The Hearing Podcast: Legal futurist Joe Raczynski on AI, blockchain and smart contracts

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How close is tech to revolutionising the law?

Joe Raczynski

Artificial intelligence (AI), blockchain and smart contracts are the buzzwords of the moment. And some reckon that their combined force could be about to disrupt the legal profession as we know it.

In the latest episode of The Hearing podcast, Child & Child solicitor Kevin Poulter discusses the practical impact of these technological developments with legal futurist Joe Raczynski.

While conceding that the noise around tech right now is almost at ‘Dotcom era’ levels, Raczynski argues that the rapid development of computer processor speed means that disruption of conventional legal service models is inevitable.

In particular, he identifies law firms’ partnering with universities and legal tech start-ups as a strong indicator that significant change could be just around the corner.

Listen to the podcast below or download it for free on iTunes, SoundCloud and Spotify



Wise man. I have also heard it said that lawyers are simply a lost tribe of computer scientists.

What is true is that this is coming down the pipe faster than alot of people realise and tomorrows (read today’s) lawyers will need to be able to draft in code.



And your assertion is based on…?

Increasingly tired of people with a vested interest in selling technology to law firms hyping the coming ‘tech revolution’ without reference to facts.

Why will tomorrow’s lawyers need to be able to ‘draft in code’?

Why is this ‘coming down the pipe faster than a lot of people realise’?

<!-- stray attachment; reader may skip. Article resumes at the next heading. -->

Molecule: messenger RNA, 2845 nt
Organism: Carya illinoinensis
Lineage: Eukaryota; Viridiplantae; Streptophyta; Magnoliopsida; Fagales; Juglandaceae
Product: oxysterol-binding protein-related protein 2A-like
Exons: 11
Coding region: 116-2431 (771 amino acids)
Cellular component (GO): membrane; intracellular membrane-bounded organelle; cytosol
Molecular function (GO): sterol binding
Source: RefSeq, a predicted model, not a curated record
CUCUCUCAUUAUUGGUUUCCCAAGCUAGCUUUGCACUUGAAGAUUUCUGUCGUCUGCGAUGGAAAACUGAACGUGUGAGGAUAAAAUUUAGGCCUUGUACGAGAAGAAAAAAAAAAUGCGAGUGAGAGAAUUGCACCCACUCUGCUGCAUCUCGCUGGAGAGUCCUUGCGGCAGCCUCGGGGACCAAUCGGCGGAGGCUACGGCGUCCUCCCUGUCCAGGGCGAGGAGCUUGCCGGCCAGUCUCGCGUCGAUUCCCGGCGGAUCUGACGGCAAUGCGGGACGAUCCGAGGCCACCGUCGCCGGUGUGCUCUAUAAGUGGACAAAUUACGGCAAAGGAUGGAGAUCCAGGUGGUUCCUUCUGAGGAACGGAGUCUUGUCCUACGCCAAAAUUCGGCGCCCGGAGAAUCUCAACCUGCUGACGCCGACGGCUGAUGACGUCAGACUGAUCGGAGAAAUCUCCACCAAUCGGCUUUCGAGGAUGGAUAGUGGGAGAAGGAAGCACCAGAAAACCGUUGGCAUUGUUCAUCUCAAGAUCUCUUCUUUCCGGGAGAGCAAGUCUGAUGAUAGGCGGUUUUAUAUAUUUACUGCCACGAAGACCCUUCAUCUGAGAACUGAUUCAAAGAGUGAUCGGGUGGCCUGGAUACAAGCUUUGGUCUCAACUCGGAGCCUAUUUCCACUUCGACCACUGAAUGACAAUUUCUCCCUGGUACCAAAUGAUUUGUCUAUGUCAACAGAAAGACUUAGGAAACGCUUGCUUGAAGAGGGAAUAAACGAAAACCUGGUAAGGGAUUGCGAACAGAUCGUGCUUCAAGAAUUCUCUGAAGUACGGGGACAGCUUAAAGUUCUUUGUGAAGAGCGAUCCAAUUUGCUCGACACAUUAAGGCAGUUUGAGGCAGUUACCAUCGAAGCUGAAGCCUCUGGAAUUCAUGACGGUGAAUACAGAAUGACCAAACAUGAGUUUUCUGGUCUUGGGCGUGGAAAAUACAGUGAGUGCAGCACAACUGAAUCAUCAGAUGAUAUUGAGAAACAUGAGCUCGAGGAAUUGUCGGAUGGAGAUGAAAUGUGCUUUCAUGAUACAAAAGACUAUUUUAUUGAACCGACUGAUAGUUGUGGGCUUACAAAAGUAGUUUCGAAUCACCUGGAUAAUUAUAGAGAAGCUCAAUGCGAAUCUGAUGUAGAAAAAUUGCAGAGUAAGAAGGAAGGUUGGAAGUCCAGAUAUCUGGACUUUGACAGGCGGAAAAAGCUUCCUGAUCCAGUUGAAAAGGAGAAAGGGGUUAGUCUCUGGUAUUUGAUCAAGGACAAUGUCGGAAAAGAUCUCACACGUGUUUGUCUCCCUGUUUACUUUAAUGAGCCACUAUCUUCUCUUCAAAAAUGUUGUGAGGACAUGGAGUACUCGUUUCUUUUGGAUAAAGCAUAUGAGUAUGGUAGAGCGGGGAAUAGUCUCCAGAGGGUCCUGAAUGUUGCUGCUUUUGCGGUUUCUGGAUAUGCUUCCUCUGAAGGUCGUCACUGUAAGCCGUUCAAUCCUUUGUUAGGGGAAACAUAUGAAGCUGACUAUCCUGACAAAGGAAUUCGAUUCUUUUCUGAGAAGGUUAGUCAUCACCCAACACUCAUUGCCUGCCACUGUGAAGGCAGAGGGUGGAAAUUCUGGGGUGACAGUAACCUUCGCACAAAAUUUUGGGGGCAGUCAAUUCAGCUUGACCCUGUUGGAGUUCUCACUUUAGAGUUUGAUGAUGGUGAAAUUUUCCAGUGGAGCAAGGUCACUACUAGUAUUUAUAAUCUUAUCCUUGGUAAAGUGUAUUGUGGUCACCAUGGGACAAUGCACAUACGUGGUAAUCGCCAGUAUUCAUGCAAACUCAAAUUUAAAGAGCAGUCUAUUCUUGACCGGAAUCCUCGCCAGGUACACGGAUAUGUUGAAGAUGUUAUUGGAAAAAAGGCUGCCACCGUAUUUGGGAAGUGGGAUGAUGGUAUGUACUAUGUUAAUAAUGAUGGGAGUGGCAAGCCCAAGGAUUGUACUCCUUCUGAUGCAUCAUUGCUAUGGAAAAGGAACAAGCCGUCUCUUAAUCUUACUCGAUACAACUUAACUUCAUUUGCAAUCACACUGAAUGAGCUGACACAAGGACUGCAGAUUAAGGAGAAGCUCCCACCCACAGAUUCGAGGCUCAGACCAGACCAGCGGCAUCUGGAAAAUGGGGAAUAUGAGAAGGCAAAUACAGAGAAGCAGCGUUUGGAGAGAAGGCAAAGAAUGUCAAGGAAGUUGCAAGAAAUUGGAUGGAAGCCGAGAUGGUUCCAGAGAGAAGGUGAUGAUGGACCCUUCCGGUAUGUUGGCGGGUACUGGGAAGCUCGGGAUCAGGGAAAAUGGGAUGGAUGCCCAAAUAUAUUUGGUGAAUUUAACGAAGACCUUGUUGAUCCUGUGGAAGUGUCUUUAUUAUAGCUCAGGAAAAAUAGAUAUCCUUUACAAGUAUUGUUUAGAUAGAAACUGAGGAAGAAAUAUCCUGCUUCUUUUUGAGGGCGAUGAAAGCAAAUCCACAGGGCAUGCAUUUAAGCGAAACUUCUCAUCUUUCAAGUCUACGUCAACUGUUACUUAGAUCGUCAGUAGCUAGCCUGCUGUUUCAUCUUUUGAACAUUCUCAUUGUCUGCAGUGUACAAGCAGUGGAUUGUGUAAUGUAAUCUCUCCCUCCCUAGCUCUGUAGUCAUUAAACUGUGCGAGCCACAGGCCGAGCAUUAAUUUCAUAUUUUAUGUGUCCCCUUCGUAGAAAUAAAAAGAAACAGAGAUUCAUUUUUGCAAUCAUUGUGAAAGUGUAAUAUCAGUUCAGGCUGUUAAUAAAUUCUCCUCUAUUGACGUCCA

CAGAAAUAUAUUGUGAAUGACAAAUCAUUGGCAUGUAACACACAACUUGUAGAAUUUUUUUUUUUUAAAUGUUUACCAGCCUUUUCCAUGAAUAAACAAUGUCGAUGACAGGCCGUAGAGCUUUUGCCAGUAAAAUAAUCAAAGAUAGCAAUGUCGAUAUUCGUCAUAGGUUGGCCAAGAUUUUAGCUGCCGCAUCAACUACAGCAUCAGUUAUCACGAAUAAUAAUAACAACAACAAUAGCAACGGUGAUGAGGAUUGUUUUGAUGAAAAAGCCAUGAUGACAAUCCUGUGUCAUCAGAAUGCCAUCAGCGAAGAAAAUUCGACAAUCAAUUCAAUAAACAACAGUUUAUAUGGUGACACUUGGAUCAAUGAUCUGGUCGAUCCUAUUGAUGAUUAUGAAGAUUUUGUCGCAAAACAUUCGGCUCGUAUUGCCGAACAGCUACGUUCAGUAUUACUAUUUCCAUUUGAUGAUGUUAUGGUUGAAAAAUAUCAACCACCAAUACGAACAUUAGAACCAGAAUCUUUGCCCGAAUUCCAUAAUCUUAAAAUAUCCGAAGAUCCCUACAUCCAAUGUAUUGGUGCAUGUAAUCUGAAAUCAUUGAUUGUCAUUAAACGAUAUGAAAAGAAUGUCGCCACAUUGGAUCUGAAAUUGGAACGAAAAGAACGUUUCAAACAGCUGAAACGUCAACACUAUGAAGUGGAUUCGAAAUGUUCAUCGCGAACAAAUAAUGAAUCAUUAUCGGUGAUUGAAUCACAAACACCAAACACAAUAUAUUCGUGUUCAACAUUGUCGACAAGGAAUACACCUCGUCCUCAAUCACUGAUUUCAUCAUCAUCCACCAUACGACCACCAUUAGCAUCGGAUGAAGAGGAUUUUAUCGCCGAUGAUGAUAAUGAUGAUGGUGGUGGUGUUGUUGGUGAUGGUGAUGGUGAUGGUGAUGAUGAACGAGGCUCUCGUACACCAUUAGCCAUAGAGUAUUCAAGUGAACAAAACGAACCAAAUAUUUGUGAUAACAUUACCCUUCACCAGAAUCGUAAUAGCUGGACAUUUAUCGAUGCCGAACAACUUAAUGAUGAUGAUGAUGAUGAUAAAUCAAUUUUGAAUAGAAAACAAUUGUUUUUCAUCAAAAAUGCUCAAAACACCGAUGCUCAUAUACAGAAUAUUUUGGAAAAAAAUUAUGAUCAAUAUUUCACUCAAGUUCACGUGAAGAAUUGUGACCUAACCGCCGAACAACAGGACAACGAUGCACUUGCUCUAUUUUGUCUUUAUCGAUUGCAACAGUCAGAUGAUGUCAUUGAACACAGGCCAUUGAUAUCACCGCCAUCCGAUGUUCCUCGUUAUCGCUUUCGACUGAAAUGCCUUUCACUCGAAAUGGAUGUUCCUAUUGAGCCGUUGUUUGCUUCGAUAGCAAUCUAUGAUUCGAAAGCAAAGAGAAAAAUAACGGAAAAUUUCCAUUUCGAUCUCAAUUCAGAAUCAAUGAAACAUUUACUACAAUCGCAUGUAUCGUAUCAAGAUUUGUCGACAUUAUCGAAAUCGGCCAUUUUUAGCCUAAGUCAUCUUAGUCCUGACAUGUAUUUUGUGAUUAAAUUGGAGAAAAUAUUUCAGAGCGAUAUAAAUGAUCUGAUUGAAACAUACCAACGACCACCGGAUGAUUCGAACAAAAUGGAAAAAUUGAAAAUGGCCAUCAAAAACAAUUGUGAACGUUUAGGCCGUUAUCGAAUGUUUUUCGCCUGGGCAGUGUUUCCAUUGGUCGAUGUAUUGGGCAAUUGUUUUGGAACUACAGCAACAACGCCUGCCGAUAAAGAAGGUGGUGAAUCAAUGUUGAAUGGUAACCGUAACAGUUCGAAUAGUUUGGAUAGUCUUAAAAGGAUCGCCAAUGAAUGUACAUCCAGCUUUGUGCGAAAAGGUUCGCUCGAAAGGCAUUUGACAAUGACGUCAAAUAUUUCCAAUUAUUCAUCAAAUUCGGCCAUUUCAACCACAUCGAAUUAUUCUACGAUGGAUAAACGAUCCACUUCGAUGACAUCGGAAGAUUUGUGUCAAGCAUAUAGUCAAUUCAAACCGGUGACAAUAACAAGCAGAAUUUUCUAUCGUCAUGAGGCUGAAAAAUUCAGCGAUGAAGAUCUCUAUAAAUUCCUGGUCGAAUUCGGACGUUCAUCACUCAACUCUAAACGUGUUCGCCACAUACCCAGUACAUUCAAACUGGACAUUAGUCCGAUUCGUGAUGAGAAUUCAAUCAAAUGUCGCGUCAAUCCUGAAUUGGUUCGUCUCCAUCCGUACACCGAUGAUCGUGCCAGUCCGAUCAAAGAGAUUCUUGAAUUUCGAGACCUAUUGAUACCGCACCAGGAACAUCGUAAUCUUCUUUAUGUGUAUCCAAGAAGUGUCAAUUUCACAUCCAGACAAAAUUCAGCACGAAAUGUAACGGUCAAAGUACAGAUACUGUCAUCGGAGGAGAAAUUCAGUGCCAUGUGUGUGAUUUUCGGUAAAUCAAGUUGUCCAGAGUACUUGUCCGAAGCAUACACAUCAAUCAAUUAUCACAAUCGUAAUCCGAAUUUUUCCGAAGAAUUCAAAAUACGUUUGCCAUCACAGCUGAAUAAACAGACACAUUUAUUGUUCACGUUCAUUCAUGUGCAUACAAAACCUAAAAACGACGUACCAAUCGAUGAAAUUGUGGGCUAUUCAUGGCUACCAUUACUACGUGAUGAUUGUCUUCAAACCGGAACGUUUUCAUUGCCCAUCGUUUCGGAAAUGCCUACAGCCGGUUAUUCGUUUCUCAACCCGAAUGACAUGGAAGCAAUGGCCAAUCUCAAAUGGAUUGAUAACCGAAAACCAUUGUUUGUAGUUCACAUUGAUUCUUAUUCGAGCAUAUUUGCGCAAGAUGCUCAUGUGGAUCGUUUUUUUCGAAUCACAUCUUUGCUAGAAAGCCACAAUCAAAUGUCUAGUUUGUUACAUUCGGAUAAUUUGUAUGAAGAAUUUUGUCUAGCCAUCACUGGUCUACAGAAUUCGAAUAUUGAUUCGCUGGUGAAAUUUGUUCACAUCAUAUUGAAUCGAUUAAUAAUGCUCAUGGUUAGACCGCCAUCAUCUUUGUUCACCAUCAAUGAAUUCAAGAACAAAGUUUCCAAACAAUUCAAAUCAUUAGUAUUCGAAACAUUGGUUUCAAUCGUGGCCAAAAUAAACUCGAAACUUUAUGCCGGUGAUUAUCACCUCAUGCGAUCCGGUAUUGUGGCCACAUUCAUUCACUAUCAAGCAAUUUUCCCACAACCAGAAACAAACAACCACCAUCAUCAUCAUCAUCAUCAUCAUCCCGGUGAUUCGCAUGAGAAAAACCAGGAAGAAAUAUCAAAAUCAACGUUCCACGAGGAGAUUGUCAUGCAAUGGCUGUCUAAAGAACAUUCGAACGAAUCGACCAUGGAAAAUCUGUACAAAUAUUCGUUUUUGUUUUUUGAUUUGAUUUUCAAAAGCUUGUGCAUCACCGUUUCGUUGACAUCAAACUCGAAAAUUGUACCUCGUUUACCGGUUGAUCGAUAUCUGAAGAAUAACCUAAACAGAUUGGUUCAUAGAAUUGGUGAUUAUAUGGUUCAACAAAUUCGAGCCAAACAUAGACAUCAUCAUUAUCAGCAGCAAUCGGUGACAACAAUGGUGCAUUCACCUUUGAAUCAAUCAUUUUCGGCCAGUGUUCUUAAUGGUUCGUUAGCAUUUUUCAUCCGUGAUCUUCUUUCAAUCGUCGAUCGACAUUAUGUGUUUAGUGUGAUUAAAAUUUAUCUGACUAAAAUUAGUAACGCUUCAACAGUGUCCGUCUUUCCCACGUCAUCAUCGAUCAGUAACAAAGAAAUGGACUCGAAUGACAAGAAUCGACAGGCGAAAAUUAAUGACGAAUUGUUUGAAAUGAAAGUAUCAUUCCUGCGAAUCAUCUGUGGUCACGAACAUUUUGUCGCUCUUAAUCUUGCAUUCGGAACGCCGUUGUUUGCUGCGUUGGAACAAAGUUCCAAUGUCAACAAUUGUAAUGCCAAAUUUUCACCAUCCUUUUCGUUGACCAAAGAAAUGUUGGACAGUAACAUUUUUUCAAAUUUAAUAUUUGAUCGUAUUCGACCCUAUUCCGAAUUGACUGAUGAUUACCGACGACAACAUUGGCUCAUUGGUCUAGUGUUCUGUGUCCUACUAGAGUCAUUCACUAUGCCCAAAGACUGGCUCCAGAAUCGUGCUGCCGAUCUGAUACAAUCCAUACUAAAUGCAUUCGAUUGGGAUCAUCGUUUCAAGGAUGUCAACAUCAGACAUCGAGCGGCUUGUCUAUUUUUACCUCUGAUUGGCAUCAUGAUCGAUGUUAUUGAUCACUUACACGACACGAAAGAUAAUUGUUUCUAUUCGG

Everything I see within my own law firm indicates that the legal profession struggles with basic tech – IT systems aren’t great, hardware is old. That needs to be improved before anything else meaningful can happen.


Blake’s 7

Absolute nonsense. They may be required to understand certain aspects of coding and software engineering but it is ridiculous to suggest they would actually have to prepare cases in code. What an utterly absurd suggestion. It just highlights how little ‘tech’ knowledge people who spout this drivel are on possession of.



Noise about innovation, tech, AI etc is being used by government, law firms, corporate sector in general as a way to put a positive spin on years of low growth. Often conceals job cuts being made because economy is weak not because of some big new tech breakthrough. Truth is not much real innovation is happening, and where it is happening it’s taking place in start ups not in huge corporate law firms or banks.



Good luck practising as a lawyer in the 2020s and 2030s! We all know what happened to the Luddites. Sadly much of the legal profession seems destined to meet a similar fate.



Utter bollocks. What the actual fuck does “draft in code” mean? Do you mean “write computer code”? Because if so, then no – there are plenty of people who can do that and they tend to be paid relatively less than lawyers so I imagine, as for other cross-discipline endeavours, that lawyers would simply sub-contract the services of an IT contractor, were such input required. The fact is that for the vast majority of legal tasks, it simply will not be.



On the point made about blockchain in the podcast: disappointed that Kevin Poulter didn’t challenge Joe Raczynski on his point about the potential for law firms to develop closed blockchains.

The whole point about blockchain is that it is a decentralised database that no one has control over. A closed blockchain run by a group of 50 or so law firms is just Google Docs with 50 administrators. That is not revolutionary or even new. Surprised to hear it being used as an example for the potential of blockchain.



Good Luck


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